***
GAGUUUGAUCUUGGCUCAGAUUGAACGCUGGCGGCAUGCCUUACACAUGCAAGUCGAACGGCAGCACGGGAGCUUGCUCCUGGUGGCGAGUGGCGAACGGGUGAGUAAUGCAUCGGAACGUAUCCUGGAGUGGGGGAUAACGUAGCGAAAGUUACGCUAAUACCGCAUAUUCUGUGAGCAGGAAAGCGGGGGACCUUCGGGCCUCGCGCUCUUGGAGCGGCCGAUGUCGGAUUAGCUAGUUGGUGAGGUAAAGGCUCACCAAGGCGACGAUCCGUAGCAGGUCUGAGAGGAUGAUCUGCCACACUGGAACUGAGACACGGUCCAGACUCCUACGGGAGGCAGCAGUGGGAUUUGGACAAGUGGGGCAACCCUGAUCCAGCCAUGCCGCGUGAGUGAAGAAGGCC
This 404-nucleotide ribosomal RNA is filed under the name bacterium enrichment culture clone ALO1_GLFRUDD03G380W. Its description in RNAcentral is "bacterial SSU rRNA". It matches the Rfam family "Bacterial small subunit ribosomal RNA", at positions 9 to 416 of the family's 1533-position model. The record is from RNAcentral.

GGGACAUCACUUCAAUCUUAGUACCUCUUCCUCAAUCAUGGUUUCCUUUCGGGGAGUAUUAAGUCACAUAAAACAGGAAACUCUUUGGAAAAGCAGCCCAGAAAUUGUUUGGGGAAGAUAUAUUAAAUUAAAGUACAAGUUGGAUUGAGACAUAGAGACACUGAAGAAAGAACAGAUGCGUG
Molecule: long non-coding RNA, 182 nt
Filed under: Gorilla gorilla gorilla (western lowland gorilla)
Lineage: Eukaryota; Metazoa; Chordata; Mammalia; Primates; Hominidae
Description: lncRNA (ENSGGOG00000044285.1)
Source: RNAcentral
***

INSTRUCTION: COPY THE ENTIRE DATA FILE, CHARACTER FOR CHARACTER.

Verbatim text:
GAGUUUGAUCUUGGCUCAGAUUGAACGCUGGCGGCAUGCCUUACACAUGCAAGUCGAACGGCAGCACGGGAGCUUGCUCCUGGUGGCGAGUGGCGAACGGGUGAGUAAUGCAUCGGAACGUAUCCUGGAGUGGGGGAUAACGUAGCGAAAGUUACGCUAAUACCGCAUAUUCUGUGAGCAGGAAAGCGGGGGACCUUCGGGCCUCGCGCUCUUGGAGCGGCCGAUGUCGGAUUAGCUAGUUGGUGAGGUAAAGGCUCACCAAGGCGACGAUCCGUAGCAGGUCUGAGAGGAUGAUCUGCCACACUGGAACUGAGACACGGUCCAGACUCCUACGGGAGGCAGCAGUGGGAUUUGGACAAGUGGGGCAACCCUGAUCCAGCCAUGCCGCGUGAGUGAAGAAGGCC
This 404-nucleotide ribosomal RNA is filed under the name bacterium enrichment culture clone ALO1_GLFRUDD03G380W. Its description in RNAcentral is "bacterial SSU rRNA". It matches the Rfam family "Bacterial small subunit ribosomal RNA", at positions 9 to 416 of the family's 1533-position model. The record is from RNAcentral.

GGGACAUCACUUCAAUCUUAGUACCUCUUCCUCAAUCAUGGUUUCCUUUCGGGGAGUAUUAAGUCACAUAAAACAGGAAACUCUUUGGAAAAGCAGCCCAGAAAUUGUUUGGGGAAGAUAUAUUAAAUUAAAGUACAAGUUGGAUUGAGACAUAGAGACACUGAAGAAAGAACAGAUGCGUG
Molecule: long non-coding RNA, 182 nt
Filed under: Gorilla gorilla gorilla (western lowland gorilla)
Lineage: Eukaryota; Metazoa; Chordata; Mammalia; Primates; Hominidae
Description: lncRNA (ENSGGOG00000044285.1)
Source: RNAcentral